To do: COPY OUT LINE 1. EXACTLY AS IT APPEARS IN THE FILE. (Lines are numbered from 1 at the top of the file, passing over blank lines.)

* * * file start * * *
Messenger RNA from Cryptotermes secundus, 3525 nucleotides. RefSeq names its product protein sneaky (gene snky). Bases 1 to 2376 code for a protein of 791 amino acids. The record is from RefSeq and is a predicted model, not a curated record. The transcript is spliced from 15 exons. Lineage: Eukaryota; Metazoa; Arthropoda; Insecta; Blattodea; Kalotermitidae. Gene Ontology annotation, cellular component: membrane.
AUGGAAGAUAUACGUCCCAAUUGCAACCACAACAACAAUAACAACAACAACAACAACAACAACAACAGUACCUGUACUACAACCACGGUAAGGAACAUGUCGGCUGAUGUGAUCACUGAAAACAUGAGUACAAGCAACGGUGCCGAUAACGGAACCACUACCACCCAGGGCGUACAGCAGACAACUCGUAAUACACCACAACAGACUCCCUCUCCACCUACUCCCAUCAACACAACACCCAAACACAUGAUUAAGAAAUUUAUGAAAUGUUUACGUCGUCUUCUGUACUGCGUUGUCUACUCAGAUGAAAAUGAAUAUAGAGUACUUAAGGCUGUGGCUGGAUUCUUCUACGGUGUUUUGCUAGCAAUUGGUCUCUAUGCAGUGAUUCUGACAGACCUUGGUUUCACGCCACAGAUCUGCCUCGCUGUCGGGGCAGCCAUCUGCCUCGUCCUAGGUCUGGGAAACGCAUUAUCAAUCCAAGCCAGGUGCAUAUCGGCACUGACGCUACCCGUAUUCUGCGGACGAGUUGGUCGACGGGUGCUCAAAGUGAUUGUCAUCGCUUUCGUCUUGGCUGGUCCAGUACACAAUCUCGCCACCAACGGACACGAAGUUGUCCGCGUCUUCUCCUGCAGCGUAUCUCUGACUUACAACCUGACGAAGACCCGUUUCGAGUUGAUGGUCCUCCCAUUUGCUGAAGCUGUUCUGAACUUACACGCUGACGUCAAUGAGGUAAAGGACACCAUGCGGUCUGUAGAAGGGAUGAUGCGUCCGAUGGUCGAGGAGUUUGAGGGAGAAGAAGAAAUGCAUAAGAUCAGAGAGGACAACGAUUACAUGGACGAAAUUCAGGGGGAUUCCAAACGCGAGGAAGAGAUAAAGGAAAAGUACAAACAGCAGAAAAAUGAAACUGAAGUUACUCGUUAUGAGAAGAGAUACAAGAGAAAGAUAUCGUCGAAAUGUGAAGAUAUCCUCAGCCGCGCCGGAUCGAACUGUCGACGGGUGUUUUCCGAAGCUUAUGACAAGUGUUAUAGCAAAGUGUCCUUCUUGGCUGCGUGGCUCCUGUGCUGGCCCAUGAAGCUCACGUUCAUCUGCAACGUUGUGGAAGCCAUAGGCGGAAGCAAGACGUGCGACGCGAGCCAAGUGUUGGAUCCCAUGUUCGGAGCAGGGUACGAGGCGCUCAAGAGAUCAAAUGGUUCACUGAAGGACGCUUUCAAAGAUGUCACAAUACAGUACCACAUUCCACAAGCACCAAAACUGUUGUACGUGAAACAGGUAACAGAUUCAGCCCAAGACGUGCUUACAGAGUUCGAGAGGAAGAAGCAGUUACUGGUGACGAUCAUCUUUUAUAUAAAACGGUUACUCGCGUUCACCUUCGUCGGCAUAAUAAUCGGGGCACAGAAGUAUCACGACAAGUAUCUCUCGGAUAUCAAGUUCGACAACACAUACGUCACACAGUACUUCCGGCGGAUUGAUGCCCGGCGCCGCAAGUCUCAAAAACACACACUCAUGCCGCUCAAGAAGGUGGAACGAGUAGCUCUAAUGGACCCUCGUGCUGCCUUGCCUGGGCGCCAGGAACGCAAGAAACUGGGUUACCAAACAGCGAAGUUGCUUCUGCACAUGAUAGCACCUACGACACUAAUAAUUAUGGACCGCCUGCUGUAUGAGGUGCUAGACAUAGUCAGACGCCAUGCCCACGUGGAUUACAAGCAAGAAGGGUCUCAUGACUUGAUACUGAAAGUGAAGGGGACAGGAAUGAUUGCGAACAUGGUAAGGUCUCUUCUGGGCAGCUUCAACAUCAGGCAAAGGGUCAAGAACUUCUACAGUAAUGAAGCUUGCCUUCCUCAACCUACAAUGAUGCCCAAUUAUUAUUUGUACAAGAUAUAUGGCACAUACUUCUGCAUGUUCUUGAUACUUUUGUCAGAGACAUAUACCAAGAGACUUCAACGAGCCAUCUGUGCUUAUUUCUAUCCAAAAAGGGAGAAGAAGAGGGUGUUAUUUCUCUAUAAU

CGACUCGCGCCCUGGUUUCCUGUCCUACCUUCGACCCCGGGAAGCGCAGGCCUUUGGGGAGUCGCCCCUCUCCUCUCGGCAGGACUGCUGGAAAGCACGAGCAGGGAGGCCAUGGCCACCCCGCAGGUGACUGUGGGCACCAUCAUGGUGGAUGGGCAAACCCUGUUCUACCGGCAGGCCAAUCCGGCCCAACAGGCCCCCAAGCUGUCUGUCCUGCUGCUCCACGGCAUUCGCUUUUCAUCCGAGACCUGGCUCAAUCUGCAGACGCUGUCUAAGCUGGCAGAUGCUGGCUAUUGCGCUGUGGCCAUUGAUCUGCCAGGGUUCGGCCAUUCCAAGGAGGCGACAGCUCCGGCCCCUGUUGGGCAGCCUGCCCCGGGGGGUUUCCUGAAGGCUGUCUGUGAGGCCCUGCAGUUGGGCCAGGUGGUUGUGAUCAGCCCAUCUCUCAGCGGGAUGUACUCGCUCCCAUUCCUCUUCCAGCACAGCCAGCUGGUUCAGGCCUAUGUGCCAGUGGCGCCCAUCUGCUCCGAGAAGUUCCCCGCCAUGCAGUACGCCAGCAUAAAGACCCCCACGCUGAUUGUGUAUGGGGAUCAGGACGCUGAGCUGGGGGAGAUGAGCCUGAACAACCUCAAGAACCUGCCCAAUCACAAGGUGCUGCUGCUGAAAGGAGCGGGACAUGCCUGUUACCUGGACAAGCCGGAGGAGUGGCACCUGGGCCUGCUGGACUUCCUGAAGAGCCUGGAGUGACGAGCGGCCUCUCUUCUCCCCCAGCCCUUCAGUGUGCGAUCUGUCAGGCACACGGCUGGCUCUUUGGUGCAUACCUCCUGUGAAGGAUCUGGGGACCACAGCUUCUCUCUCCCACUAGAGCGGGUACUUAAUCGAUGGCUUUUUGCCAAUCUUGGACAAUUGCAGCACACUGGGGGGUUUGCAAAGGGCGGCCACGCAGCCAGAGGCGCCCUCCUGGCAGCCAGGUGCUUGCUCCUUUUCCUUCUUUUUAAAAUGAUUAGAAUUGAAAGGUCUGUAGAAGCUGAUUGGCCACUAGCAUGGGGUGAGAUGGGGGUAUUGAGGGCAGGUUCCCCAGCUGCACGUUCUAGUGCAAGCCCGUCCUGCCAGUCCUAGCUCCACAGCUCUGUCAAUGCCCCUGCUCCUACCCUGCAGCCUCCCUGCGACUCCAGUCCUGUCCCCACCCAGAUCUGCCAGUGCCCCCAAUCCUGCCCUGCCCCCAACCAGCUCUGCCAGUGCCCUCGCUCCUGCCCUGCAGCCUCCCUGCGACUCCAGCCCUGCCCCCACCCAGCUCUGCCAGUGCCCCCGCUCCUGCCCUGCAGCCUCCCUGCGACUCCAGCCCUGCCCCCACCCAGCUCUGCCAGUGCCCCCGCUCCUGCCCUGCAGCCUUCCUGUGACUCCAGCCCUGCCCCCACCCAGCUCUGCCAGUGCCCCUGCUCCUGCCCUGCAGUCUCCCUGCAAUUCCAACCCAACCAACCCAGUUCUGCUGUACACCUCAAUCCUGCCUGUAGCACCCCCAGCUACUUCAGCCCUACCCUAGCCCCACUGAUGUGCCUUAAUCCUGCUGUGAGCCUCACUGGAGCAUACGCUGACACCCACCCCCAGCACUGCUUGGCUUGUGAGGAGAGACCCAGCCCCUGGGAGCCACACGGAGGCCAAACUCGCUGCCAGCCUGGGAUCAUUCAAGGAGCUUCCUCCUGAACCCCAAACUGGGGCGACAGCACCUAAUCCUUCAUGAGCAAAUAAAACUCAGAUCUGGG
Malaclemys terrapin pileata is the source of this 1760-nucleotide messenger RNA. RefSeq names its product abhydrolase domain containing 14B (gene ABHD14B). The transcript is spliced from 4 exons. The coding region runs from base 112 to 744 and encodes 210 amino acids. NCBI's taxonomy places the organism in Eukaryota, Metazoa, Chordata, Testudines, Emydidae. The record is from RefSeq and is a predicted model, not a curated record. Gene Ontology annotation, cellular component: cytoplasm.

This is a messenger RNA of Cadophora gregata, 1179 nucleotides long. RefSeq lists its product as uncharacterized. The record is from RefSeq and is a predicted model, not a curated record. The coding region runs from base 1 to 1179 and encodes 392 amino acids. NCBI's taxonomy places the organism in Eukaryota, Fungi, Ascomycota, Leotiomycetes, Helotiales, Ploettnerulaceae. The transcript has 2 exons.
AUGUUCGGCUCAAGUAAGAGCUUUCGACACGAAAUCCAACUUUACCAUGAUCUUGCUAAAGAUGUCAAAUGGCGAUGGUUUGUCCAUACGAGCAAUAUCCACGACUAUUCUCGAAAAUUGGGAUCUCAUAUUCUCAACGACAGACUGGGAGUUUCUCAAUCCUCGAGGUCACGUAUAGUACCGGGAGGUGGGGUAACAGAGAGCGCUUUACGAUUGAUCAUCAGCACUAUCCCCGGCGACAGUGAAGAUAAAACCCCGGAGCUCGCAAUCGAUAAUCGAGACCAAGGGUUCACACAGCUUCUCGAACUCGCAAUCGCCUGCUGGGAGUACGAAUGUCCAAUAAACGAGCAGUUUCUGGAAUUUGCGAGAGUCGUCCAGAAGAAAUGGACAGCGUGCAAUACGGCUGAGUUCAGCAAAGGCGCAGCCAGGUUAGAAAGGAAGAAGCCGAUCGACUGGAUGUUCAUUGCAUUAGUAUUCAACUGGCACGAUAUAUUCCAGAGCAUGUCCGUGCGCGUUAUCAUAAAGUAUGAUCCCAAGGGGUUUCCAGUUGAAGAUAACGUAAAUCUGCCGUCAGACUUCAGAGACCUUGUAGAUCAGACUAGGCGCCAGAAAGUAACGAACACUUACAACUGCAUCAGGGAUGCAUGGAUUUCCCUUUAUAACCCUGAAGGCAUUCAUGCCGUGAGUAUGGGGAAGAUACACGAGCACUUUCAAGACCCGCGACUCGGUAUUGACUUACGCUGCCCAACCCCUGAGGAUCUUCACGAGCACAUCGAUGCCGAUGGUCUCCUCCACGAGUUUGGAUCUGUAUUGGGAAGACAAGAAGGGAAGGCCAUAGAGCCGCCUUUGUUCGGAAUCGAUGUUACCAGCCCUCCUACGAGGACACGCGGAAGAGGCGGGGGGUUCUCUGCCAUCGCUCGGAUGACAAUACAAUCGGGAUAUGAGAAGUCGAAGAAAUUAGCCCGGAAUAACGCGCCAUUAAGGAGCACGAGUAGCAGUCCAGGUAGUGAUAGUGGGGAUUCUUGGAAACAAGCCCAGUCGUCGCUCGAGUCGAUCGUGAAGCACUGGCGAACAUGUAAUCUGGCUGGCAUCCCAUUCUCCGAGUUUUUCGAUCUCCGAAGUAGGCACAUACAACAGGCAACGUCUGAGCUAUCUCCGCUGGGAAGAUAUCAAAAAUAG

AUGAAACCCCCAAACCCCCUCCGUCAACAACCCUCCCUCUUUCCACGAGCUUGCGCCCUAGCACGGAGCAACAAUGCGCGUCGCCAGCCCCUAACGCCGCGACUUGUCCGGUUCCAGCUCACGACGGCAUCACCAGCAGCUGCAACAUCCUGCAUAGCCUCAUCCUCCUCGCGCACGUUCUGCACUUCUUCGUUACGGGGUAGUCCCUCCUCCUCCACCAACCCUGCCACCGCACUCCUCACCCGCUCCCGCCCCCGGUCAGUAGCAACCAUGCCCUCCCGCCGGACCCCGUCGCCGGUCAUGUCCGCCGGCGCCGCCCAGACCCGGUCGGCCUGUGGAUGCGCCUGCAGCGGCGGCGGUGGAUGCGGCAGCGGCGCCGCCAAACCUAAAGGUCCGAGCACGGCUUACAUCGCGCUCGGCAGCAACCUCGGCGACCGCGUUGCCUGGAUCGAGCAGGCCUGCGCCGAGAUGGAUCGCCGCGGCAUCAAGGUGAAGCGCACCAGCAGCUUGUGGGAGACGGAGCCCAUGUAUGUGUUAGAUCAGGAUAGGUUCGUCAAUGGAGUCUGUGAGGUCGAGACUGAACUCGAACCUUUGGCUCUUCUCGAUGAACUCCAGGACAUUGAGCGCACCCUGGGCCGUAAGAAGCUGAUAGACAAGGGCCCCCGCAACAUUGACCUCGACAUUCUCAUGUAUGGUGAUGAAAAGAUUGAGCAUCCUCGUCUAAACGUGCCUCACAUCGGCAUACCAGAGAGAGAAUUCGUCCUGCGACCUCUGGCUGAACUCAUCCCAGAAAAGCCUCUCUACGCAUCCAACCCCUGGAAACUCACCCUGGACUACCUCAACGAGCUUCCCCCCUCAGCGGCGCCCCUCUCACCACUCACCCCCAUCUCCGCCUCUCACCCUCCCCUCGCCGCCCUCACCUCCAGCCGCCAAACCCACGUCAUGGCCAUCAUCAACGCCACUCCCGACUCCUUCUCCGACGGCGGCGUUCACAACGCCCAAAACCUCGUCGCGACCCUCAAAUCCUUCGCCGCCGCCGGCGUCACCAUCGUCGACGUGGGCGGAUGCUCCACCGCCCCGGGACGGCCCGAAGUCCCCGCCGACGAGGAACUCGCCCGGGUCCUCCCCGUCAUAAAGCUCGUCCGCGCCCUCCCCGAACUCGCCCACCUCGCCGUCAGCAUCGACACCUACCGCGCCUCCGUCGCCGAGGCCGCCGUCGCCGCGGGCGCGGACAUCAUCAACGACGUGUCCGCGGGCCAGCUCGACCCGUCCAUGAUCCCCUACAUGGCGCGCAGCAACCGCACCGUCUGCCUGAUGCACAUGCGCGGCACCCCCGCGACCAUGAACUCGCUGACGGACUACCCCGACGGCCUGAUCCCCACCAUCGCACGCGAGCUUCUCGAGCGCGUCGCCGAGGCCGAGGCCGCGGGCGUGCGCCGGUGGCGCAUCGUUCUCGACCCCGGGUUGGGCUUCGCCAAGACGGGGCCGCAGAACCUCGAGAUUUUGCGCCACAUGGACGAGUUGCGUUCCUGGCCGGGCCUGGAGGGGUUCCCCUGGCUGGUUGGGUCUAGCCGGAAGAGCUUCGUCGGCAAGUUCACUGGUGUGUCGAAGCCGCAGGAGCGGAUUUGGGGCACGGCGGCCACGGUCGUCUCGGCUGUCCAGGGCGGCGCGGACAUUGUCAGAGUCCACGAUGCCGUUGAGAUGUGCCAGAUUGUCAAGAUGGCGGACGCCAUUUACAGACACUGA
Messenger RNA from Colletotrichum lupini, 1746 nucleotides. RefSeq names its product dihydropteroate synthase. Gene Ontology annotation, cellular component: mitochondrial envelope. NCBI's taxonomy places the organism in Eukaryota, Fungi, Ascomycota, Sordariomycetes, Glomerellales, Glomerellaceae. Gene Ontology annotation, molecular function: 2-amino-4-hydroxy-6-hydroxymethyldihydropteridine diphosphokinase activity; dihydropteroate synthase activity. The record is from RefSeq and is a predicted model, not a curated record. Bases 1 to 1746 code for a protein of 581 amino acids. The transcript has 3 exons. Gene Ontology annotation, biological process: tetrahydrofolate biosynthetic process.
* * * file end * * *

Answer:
Messenger RNA from Cryptotermes secundus, 3525 nucleotides. RefSeq names its product protein sneaky (gene snky). Bases 1 to 2376 code for a protein of 791 amino acids. The record is from RefSeq and is a predicted model, not a curated record. The transcript is spliced from 15 exons. Lineage: Eukaryota; Metazoa; Arthropoda; Insecta; Blattodea; Kalotermitidae. Gene Ontology annotation, cellular component: membrane.